EKU department of history’s very own professor is now both well-loved and well-known after being honored on the Senate floor by Senator Mitch McConnell. Tom Appleton, Foundation Professor 2015, received this recognition by the majority leader the morning of October 4.
                  “The senator has always been kind and generous to me,” Appleton said. “When he learned that I would be retiring this year, he surprised me by talking about me and my career on the floor of the Senate. That was totally unexpected and a genuine thrill. To be included in the Congressional Record is an honor I will never forget.”
                  In his recognition, Senator McConnell congratulated Appleton on his retirement at the end of the academic year. McConnell called Appleton a “premier historian” for the state and noted what a legacy and impact Appleton has had on the next generation.
                  McConnell and Appleton began working together five years ago on a series of lectures that McConnell planned to give. The lectures were about distinguished Kentuckians who served in the U.S. Senate, Appleton said. Appleton helped with researching and drafting the lectures for the senator.
                  With Appleton’s help, Senator McConnell has delivered several of these lectures across the state, including coming to EKU in the spring of 2013 to speak about Kentucky’s Civil War-era senators.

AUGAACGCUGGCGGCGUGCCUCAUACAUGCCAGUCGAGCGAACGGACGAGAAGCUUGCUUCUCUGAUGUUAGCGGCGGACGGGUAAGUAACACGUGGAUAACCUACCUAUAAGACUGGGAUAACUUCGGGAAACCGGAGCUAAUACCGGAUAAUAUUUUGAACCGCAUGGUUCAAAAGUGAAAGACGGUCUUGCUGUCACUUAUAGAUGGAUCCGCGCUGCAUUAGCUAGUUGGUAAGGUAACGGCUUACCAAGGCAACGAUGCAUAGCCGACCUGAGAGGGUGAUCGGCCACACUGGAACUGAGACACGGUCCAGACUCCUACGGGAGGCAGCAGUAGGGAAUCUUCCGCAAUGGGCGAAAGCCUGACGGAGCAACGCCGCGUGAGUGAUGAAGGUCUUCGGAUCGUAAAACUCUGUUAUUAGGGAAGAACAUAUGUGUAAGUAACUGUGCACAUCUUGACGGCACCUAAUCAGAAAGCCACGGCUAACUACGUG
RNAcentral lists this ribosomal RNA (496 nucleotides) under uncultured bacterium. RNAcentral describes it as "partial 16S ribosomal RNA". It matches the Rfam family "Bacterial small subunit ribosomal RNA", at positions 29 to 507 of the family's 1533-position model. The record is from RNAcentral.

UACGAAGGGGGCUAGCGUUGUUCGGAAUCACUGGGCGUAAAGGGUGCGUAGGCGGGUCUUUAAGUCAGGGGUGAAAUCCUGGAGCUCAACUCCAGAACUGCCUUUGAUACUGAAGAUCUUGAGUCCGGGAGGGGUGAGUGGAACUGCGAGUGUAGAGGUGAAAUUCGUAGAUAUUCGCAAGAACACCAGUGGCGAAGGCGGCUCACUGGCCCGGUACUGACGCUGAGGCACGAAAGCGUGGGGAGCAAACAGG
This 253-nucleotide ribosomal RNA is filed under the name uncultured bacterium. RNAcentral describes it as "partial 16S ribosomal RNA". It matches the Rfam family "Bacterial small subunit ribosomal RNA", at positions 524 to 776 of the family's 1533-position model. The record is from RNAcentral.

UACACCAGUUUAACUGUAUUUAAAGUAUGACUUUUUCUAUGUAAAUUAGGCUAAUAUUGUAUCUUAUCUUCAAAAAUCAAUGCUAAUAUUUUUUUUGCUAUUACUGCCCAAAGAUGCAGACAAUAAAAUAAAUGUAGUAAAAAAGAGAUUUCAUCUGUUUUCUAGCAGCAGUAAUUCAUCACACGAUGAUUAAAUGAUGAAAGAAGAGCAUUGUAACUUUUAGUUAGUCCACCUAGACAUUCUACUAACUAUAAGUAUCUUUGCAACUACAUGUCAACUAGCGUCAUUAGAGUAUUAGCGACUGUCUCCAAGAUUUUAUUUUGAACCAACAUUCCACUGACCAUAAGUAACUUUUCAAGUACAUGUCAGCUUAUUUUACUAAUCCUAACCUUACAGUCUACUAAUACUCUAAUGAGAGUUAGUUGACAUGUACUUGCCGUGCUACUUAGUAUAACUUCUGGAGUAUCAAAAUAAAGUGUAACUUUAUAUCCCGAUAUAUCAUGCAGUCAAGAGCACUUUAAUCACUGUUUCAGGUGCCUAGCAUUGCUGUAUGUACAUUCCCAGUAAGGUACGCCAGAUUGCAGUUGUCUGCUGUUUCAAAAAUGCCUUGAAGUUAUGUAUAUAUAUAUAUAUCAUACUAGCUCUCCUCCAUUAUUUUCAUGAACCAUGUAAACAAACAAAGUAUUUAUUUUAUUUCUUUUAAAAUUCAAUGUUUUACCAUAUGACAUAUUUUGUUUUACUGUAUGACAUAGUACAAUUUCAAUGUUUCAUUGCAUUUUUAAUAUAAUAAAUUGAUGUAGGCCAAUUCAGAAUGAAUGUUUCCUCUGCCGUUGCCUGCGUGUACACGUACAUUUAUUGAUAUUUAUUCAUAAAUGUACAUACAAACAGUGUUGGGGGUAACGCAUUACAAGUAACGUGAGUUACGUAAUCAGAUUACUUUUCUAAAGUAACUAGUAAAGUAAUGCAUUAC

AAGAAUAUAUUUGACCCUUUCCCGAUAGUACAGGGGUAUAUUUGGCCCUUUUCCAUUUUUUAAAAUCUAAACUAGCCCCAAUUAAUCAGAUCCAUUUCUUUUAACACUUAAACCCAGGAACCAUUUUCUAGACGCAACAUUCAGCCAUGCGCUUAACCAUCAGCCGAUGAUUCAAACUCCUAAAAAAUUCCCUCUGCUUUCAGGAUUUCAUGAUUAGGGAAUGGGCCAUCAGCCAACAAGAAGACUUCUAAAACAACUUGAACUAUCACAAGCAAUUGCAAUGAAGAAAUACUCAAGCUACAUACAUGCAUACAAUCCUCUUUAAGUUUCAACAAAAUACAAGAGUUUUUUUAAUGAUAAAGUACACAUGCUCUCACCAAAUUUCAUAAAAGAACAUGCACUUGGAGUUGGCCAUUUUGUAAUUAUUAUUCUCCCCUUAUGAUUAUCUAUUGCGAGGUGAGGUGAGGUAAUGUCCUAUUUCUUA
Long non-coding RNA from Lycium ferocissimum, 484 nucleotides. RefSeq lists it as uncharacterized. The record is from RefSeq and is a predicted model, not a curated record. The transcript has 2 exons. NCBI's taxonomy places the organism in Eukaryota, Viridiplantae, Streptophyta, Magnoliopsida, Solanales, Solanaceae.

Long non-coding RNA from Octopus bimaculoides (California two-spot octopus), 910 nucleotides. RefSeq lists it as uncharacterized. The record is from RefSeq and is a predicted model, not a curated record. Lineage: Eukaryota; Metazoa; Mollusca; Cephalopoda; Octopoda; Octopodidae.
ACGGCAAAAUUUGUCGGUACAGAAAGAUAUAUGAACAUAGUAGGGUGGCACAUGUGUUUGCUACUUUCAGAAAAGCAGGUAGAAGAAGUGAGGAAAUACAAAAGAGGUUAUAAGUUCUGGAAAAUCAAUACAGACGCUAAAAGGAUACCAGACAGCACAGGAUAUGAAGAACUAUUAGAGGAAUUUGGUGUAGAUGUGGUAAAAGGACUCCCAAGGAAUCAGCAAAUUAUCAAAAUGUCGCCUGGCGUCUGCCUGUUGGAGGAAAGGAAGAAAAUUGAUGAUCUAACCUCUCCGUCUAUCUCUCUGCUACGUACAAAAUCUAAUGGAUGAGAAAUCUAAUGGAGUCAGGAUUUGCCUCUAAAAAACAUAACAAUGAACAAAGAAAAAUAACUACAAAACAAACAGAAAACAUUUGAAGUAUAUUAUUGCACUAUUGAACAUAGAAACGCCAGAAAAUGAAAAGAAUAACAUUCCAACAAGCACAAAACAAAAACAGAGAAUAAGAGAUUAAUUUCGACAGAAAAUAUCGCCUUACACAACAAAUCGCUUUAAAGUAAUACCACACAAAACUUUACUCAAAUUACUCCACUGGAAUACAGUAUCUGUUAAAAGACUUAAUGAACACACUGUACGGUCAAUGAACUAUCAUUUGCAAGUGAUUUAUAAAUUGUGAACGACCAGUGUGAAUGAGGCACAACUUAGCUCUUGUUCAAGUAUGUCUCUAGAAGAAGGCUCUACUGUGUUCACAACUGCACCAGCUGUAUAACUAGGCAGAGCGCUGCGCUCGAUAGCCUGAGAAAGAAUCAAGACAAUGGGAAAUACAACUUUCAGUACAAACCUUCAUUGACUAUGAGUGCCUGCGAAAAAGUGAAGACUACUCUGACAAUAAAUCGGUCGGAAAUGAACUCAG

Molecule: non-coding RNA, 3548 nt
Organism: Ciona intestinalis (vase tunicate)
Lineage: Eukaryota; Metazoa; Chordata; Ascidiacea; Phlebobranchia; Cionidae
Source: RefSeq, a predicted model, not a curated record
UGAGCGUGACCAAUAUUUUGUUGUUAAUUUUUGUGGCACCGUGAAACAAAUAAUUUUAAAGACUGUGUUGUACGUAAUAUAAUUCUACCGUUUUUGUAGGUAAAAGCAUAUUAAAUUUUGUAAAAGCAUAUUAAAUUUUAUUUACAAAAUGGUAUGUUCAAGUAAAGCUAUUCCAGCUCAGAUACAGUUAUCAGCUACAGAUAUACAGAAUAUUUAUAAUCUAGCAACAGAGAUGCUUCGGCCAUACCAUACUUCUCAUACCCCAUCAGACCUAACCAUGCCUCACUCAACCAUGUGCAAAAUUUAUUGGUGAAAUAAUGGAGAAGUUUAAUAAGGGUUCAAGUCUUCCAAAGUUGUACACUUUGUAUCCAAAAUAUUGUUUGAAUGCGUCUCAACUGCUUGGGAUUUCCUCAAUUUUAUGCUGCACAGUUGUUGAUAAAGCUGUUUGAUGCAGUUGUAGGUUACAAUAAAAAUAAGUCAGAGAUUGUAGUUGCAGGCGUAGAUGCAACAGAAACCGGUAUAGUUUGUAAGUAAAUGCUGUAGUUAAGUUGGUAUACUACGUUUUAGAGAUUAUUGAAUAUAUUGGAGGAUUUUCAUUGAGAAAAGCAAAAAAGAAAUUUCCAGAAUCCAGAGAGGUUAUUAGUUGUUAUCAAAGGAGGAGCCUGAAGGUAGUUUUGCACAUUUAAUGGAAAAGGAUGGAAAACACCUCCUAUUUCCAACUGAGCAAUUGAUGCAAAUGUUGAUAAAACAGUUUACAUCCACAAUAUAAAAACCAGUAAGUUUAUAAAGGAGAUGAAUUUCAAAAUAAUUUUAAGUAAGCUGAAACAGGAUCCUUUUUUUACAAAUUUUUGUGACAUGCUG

For the first 20 years of his career, Appleton was the editor of publications for the Kentucky Historical Society in Frankfort. During that time, he also taught night classes at both the University of Kentucky and EKU.
In the fall of 2000, Appleton moved from Frankfort to Richmond to become EKU’s history specialist. He has loved teaching students about history ever since, Appleton said.
                  “The last 17 years have passed quickly,” Appleton said. “I especially enjoy classroom teaching. It is fun to see a student come to appreciate that history is more than just names and dates. You have to emphasize the ‘story’ in history.”
                  Throughout his career Appleton has had many achievements, such as being named a 2015-17 EKU Foundation Professor, co-editing six books and his work on McConnell’s lectures, his biggest accomplishment is his teaching and mentoring of students, said his colleague, Christiane Taylor, chair of the history department.
                  “His greatest achievements are the students in whom he instilled not just a love for history but a belief that with hard work they could accomplish the goals they set for themselves,” Taylor said. “That’s his legacy, the students whose lives he has touched and shaped.”
                  Appleton has accomplished much and impacted many people throughout Kentucky, Taylor said. But after this recognition by McConnell, Taylor said, now many people outside of the Commonwealth can be conscious of “this well-loved, highly-regarded individual who has touched and influenced so many lives.”
                  Even though Appleton is finished teaching in the classroom at the end of the semester, he said he plans to stay very involved on campus, especially through his involvement in several committees.
                  “The Marines always say, ‘Once a Marine, always a Marine,’” Appleton said, “or as President Benson says, ‘Once a Colonel, always a Colonel.’”

CORRECTION: In the print version of this article a cutline from a previous issue was below the photo.